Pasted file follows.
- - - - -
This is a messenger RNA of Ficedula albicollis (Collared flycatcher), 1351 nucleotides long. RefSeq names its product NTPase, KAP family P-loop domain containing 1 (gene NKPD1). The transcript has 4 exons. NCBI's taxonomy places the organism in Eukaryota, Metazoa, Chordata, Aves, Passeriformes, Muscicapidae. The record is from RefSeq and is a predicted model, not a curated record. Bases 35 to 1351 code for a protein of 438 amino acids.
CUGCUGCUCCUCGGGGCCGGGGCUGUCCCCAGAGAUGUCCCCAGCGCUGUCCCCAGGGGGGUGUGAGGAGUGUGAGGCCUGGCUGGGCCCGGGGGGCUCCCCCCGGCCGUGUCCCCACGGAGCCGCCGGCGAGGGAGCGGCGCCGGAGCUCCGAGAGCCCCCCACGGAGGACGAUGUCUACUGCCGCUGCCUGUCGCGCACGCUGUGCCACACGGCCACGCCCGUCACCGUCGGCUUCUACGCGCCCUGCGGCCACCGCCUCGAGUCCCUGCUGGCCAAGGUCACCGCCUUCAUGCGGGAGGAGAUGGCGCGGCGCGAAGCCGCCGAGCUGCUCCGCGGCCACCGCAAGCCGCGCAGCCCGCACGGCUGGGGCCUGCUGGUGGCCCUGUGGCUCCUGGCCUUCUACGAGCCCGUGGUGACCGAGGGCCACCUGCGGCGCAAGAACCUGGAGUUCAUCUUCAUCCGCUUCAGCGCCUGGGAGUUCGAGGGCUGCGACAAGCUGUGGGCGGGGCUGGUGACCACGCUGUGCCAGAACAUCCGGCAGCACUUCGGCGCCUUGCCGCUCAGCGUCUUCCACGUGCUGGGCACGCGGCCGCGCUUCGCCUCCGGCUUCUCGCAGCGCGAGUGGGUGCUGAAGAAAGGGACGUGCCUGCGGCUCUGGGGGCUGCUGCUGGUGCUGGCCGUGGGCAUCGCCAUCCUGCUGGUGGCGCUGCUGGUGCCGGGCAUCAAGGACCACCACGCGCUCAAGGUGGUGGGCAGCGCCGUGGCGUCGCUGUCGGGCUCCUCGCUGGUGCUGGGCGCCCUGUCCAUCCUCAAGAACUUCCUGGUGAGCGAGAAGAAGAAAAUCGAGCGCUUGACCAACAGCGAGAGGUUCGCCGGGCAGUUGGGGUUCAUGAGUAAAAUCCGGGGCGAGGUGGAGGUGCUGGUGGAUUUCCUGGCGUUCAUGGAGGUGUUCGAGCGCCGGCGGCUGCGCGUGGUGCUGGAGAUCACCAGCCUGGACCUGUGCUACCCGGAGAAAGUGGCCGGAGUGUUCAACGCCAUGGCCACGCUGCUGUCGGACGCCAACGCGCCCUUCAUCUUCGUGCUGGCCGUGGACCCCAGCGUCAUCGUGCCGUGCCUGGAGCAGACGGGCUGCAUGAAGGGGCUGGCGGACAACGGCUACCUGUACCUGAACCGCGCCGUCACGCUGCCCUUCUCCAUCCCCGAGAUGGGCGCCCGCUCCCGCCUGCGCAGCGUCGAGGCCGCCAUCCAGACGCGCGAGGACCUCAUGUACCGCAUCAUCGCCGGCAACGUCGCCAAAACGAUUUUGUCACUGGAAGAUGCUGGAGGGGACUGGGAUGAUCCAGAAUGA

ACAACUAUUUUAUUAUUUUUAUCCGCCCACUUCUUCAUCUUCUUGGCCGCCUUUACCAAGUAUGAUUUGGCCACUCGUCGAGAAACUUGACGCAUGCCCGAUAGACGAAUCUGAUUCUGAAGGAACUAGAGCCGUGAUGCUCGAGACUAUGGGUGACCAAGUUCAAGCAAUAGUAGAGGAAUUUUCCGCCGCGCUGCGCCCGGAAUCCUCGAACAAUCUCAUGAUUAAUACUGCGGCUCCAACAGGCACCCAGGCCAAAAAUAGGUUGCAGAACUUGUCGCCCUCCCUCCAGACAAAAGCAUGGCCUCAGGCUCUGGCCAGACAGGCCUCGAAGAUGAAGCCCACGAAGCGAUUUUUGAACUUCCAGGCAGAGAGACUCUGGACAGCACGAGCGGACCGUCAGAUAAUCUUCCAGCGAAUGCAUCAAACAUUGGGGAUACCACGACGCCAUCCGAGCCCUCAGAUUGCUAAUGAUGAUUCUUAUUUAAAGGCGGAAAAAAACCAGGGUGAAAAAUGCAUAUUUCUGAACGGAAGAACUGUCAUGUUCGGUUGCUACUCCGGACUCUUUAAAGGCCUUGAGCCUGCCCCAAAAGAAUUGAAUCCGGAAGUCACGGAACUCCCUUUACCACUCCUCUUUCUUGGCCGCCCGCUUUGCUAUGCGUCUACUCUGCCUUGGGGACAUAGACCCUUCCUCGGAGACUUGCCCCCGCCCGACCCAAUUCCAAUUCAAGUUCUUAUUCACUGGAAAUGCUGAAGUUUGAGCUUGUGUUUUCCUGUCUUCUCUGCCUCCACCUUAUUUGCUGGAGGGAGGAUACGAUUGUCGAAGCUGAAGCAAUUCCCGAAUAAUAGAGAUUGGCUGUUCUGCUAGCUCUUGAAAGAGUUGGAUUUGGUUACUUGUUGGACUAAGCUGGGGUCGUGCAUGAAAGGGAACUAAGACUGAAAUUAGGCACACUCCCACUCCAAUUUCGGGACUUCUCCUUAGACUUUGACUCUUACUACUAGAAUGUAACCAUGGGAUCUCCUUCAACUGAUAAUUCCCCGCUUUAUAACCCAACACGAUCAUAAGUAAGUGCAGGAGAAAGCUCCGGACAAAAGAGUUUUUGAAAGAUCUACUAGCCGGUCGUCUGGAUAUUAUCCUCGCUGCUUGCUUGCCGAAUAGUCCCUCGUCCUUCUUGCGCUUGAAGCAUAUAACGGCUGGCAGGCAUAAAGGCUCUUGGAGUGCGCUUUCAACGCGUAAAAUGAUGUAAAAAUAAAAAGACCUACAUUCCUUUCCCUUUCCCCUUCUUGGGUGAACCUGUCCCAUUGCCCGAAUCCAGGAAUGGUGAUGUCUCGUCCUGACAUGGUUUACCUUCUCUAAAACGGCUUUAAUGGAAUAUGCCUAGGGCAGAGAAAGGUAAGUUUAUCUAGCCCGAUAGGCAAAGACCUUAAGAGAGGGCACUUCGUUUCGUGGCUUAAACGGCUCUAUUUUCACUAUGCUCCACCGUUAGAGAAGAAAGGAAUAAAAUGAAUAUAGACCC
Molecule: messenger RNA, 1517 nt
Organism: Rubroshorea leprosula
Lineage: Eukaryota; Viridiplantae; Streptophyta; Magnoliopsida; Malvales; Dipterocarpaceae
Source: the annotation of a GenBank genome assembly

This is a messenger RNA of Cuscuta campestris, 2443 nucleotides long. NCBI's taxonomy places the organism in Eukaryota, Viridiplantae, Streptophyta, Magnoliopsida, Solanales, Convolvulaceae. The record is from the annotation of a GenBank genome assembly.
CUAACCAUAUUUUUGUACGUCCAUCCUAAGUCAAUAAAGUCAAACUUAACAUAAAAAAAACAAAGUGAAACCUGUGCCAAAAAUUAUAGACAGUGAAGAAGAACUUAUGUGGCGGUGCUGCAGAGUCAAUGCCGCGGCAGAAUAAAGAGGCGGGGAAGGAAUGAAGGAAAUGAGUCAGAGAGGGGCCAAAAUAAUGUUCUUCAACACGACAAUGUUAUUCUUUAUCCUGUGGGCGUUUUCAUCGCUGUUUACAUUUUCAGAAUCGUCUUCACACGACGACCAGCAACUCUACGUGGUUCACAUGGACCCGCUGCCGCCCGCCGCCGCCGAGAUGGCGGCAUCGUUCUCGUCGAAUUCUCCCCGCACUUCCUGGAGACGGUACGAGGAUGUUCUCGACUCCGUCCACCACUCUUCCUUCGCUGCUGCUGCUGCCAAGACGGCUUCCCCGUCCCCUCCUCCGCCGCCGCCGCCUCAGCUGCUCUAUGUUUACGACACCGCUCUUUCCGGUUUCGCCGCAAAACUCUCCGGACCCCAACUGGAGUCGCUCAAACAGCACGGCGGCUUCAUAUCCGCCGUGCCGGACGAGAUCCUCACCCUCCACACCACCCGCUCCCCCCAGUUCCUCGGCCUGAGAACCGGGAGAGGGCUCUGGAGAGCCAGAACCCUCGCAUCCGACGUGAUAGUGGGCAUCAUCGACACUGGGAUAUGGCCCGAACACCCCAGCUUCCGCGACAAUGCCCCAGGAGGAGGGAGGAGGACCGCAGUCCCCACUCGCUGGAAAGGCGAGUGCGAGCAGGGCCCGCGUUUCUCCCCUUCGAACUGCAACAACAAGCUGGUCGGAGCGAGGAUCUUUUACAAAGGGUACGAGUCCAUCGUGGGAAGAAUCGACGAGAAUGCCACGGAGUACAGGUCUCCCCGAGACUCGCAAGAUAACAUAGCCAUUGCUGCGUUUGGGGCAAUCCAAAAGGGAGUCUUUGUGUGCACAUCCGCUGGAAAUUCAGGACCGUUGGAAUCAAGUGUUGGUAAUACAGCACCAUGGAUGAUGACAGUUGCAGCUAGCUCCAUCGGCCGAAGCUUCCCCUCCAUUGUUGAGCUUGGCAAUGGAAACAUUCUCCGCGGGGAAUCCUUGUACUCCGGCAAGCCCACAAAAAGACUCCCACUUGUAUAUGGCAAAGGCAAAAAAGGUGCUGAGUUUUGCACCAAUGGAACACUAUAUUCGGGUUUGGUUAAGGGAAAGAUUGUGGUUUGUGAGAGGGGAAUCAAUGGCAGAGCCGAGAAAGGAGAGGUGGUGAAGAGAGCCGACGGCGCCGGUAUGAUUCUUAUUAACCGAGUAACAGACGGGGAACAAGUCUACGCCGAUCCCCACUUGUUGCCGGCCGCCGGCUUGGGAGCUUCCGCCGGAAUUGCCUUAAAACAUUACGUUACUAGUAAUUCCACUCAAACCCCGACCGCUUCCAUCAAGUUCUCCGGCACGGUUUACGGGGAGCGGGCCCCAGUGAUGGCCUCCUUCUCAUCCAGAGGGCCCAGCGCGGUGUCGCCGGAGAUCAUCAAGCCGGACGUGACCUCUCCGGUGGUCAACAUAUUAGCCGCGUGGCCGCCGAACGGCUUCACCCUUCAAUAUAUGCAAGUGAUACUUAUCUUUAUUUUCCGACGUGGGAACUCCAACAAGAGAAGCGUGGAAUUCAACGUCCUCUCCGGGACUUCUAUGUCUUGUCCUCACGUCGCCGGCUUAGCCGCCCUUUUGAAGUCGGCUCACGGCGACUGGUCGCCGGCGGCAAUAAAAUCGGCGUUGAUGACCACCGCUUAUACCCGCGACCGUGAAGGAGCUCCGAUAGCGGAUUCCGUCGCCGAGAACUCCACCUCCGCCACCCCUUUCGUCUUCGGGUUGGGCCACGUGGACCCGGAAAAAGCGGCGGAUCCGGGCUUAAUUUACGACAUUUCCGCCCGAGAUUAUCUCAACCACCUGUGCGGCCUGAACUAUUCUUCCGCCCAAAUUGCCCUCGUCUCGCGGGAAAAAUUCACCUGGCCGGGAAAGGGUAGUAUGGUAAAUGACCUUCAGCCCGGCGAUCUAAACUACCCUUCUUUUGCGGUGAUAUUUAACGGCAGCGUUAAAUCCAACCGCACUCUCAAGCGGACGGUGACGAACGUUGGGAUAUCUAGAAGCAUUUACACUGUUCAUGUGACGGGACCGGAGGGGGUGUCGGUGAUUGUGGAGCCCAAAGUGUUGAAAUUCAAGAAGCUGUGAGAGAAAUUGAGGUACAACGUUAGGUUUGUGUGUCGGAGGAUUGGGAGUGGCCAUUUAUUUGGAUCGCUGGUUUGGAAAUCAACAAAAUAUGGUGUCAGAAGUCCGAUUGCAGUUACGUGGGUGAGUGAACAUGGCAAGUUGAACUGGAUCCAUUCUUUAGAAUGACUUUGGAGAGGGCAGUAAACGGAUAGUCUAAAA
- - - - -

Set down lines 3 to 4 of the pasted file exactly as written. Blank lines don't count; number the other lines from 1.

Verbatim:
ACAACUAUUUUAUUAUUUUUAUCCGCCCACUUCUUCAUCUUCUUGGCCGCCUUUACCAAGUAUGAUUUGGCCACUCGUCGAGAAACUUGACGCAUGCCCGAUAGACGAAUCUGAUUCUGAAGGAACUAGAGCCGUGAUGCUCGAGACUAUGGGUGACCAAGUUCAAGCAAUAGUAGAGGAAUUUUCCGCCGCGCUGCGCCCGGAAUCCUCGAACAAUCUCAUGAUUAAUACUGCGGCUCCAACAGGCACCCAGGCCAAAAAUAGGUUGCAGAACUUGUCGCCCUCCCUCCAGACAAAAGCAUGGCCUCAGGCUCUGGCCAGACAGGCCUCGAAGAUGAAGCCCACGAAGCGAUUUUUGAACUUCCAGGCAGAGAGACUCUGGACAGCACGAGCGGACCGUCAGAUAAUCUUCCAGCGAAUGCAUCAAACAUUGGGGAUACCACGACGCCAUCCGAGCCCUCAGAUUGCUAAUGAUGAUUCUUAUUUAAAGGCGGAAAAAAACCAGGGUGAAAAAUGCAUAUUUCUGAACGGAAGAACUGUCAUGUUCGGUUGCUACUCCGGACUCUUUAAAGGCCUUGAGCCUGCCCCAAAAGAAUUGAAUCCGGAAGUCACGGAACUCCCUUUACCACUCCUCUUUCUUGGCCGCCCGCUUUGCUAUGCGUCUACUCUGCCUUGGGGACAUAGACCCUUCCUCGGAGACUUGCCCCCGCCCGACCCAAUUCCAAUUCAAGUUCUUAUUCACUGGAAAUGCUGAAGUUUGAGCUUGUGUUUUCCUGUCUUCUCUGCCUCCACCUUAUUUGCUGGAGGGAGGAUACGAUUGUCGAAGCUGAAGCAAUUCCCGAAUAAUAGAGAUUGGCUGUUCUGCUAGCUCUUGAAAGAGUUGGAUUUGGUUACUUGUUGGACUAAGCUGGGGUCGUGCAUGAAAGGGAACUAAGACUGAAAUUAGGCACACUCCCACUCCAAUUUCGGGACUUCUCCUUAGACUUUGACUCUUACUACUAGAAUGUAACCAUGGGAUCUCCUUCAACUGAUAAUUCCCCGCUUUAUAACCCAACACGAUCAUAAGUAAGUGCAGGAGAAAGCUCCGGACAAAAGAGUUUUUGAAAGAUCUACUAGCCGGUCGUCUGGAUAUUAUCCUCGCUGCUUGCUUGCCGAAUAGUCCCUCGUCCUUCUUGCGCUUGAAGCAUAUAACGGCUGGCAGGCAUAAAGGCUCUUGGAGUGCGCUUUCAACGCGUAAAAUGAUGUAAAAAUAAAAAGACCUACAUUCCUUUCCCUUUCCCCUUCUUGGGUGAACCUGUCCCAUUGCCCGAAUCCAGGAAUGGUGAUGUCUCGUCCUGACAUGGUUUACCUUCUCUAAAACGGCUUUAAUGGAAUAUGCCUAGGGCAGAGAAAGGUAAGUUUAUCUAGCCCGAUAGGCAAAGACCUUAAGAGAGGGCACUUCGUUUCGUGGCUUAAACGGCUCUAUUUUCACUAUGCUCCACCGUUAGAGAAGAAAGGAAUAAAAUGAAUAUAGACCC
Molecule: messenger RNA, 1517 nt